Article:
English 341: It’s Like This

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Author: sharai578

Anya’s Ghost

Anya’s Ghost


I actually enjoyed this graphic novel! It’s different than what I am used to reading but it quickly got my attention with the choice of color and characters (which are dark purples and black). I think the reader can see Anya grow as a person who slowly begins to accept who she is and where she comes from. The details in the pictures allow the reader to interpret the situation and give a better understanding to what is going on. It captures a young girl who struggles with being accepted, accepting her self, and slowly figuring out her morals. Overall, every reader will have a different experience, but I found it interesting. It made me laugh, cringe, and question. While not everyone appreciates the ending, I found it appropriate, it was realistic. Yes, this novel may not seem the most “appropriate” to some, but it really depends on your perspective. It may not cover every point a reader wants but it’s because the content is so relatable (minus the ghost to some).


Inside Out & Back Again

Inside Out & Back Again


Inside Out & Back Again

I absolutely loved reading this book! Because of the set up, I found myself reading slower and making personal connections. It is the type of book that slows you down and no matter how fast you might want to read you really can’t. It’s calming. I think it’s important to remember that the connection made to the poems all depends on the reader. I enjoy this book because it reminds me of my parents, and their stories of coming to the United States. Inside Out & Back Again is a great book to teach students on the reality behind people who do have to move to different countries and the struggles that come with it. The obstacles, bullying, inner-thoughts, and actions are incredibly relatable. How can a reader not get attached when the opening statement is, “To the millions of refugees in the world, may you each find a home.” It would be a great book to use in class if the teacher did want to teach about the acceptance of refugees or the importance behind acceptance, especially to those who appear to be so different. While some may say this book would be better interpreted among a fifth/sixth graders or even middle/high school, I believe it would be equally beneficial in lower grades. The entire book doesn’t have to be read, there are some amazing stanzas that could be expanded and turned into a lesson. This book is about family; self-care, hardships, growing up, moving on, and I think anyone can make one connection to it.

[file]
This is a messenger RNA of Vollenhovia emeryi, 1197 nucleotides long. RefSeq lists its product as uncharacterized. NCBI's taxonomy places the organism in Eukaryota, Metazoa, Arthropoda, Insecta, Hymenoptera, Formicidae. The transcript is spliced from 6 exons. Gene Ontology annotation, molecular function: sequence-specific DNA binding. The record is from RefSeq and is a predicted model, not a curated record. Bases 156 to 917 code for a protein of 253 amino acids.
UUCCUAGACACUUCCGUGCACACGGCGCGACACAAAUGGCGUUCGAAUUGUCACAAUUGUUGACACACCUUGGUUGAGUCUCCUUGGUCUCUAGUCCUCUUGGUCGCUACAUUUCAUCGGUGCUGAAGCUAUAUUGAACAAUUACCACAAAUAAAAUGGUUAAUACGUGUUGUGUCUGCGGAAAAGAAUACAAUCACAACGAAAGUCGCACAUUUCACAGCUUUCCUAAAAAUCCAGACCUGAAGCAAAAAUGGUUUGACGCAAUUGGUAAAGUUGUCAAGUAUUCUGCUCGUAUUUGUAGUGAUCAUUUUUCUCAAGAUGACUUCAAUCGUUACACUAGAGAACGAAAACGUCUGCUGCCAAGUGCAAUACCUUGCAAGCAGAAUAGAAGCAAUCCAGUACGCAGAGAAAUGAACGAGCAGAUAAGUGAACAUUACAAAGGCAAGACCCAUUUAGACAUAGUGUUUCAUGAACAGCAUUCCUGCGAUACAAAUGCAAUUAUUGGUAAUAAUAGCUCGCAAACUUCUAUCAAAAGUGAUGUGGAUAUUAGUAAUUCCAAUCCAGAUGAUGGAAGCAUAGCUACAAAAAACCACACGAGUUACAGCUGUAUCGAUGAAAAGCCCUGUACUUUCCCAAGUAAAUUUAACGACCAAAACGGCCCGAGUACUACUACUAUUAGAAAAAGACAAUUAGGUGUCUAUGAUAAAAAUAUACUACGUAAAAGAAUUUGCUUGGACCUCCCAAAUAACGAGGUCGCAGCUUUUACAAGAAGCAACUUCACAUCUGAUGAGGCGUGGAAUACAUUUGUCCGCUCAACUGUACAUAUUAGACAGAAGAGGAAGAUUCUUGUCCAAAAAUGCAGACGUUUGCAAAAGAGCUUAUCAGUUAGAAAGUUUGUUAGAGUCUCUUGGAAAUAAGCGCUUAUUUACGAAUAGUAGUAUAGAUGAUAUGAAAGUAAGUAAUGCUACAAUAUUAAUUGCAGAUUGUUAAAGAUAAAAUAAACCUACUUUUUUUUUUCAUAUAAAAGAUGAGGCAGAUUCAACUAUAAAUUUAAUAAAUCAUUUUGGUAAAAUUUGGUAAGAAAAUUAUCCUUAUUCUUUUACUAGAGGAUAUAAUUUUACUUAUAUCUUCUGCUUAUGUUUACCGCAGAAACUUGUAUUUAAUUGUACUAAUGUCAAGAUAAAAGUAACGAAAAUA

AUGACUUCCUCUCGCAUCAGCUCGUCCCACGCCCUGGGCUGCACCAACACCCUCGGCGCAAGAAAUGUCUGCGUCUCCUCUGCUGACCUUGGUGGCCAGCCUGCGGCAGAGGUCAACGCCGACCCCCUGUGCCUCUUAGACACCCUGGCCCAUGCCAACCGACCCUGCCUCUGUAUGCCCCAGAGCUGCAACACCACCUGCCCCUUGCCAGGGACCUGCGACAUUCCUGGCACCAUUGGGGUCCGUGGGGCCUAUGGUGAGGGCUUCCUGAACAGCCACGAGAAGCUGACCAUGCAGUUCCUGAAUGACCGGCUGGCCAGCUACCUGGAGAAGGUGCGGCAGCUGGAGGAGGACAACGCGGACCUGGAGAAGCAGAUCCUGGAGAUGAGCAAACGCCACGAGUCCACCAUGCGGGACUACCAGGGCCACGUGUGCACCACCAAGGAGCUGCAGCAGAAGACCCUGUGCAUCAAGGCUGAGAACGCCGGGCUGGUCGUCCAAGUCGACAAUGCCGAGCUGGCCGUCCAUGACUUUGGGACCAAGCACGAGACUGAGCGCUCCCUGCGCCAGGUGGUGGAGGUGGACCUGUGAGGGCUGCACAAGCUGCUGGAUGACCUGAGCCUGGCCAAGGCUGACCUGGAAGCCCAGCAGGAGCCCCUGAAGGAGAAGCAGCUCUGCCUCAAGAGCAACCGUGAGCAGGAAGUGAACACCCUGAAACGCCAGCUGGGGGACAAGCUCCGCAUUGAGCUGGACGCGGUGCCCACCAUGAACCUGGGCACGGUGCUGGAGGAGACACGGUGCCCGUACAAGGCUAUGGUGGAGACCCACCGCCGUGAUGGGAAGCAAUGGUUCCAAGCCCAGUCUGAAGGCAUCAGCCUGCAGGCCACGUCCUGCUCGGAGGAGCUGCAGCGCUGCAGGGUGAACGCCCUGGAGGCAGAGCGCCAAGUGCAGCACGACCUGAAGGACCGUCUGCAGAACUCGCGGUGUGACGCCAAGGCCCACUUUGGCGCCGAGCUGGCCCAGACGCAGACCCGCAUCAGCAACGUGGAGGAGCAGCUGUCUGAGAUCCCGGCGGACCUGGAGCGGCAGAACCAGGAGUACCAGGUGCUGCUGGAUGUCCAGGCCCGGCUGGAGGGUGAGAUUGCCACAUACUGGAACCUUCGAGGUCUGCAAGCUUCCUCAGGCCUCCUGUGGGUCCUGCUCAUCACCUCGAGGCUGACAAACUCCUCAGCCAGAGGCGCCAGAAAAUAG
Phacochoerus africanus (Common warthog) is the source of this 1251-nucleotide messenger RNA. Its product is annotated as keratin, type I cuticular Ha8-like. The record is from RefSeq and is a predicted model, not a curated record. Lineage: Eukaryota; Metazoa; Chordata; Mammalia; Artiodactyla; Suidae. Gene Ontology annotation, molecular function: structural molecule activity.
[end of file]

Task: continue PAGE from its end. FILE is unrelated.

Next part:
Cento based on Inside Out & Back Again

Mostly I wish I were still smart.

Words are just words.

I don’t understand but I see.

Everyone must smile, not matter how we feel.

This year I hope.



so much depends


a number 2 pencil

papers, exams, stories








**Before you begin reading let me say it took me a long time to gather my thoughts. When I started thinking about how I would describe the series BABYMOUSE, her thoughts, friends, purpose of the book, and ending all came to mind. I don’t think there is a perfect way to describe what the series is. In a sentence I would say it’s an honest book about the daily life of a sweet mouse who is seen as sassy and while thinking she needs acceptance from others to be happy realizes her life and the people in it are actually pretty amazing and the people in her life.

“Late again, I see. What was it this time? Locker try to eat you?” The quote you just read is from the one and only BABYMOUSE series, specifically BABYMOUSE QUEEN OF THE WORLD, by Jennifer L. Holm and Matthew Holm. Let me start off by saying these books are so hard to put down, they are too relatable, and so funny. Through the series you follow main character Babymouse, her best friend Wilson, tall friend Georgie, “pesky” brother Squeak, and get to encounter a homework eating locker as well as mean girl FELICIA. For tonight’s blog I am going to focus on Babymouse being QUEEN OF THE WORLD.

The first of the series I would say focuses on staying true to you and shows the strengths of friendship. With this particular book there is conversation going back and forth between Babymouse and the narrator; which I think is pretty cool because the reader gets to read into the main character’s thoughts BUT also gets a change in perspective. Each page is sincerely just a day-to-day description of her life at school. Oh, I forgot to mention, the setting takes place at her school and at FELICIA’s sleepover.

Babymouse just wants to be accepted and dreams of getting invited to FELICIA’S sleepover, that’s it. This simple yet relatable basis for the book is why I love it so much and read it in a matter of 30 minutes. DISCLAIMER: You can read the book in 10 minutes but I enjoyed looking at the small details in every picture, so it took me a little longer. I love this book so much because it instantly took me back to elementary school when the “popular” kids had sleepovers and swim parties! I feel like if an elementary school student or someone in middle school read it they could definitely feel good after. I am currently a third year in college and have to admit it this book made me smile with its ending. The fact Babymouse acknowledges how great her life truly is brought an instant smile to my face. To top it off, after sort of ditching her best friend for a couple of hours her best friend Wilson fully welcomes her into his home and they non-awkwardly watch a movie together; if acceptance and recognizing everyone makes mistakes isn’t what solidifies a friendship then I don’t know what will. It’s all about perspective. Also, her sassy attitude makes it so much better. Babymouse does not keep quiet and voices her thoughts, which makes her character so real. Although she is sweet and girly she is still strong.